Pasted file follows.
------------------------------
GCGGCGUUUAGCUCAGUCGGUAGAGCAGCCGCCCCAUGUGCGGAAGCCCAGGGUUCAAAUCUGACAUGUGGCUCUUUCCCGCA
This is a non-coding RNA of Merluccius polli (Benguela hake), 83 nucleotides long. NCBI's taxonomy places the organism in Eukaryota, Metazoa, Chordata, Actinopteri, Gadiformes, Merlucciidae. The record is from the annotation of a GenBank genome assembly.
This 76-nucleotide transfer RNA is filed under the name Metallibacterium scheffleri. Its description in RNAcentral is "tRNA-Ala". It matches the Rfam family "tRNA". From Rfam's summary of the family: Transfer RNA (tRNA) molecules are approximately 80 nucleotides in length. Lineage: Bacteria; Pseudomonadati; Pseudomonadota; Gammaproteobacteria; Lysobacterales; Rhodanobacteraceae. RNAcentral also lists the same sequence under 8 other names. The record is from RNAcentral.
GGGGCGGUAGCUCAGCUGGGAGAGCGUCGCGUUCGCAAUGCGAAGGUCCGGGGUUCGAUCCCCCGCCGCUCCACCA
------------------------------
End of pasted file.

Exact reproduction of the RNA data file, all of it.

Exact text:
GCGGCGUUUAGCUCAGUCGGUAGAGCAGCCGCCCCAUGUGCGGAAGCCCAGGGUUCAAAUCUGACAUGUGGCUCUUUCCCGCA
This is a non-coding RNA of Merluccius polli (Benguela hake), 83 nucleotides long. NCBI's taxonomy places the organism in Eukaryota, Metazoa, Chordata, Actinopteri, Gadiformes, Merlucciidae. The record is from the annotation of a GenBank genome assembly.
This 76-nucleotide transfer RNA is filed under the name Metallibacterium scheffleri. Its description in RNAcentral is "tRNA-Ala". It matches the Rfam family "tRNA". From Rfam's summary of the family: Transfer RNA (tRNA) molecules are approximately 80 nucleotides in length. Lineage: Bacteria; Pseudomonadati; Pseudomonadota; Gammaproteobacteria; Lysobacterales; Rhodanobacteraceae. RNAcentral also lists the same sequence under 8 other names. The record is from RNAcentral.
GGGGCGGUAGCUCAGCUGGGAGAGCGUCGCGUUCGCAAUGCGAAGGUCCGGGGUUCGAUCCCCCGCCGCUCCACCA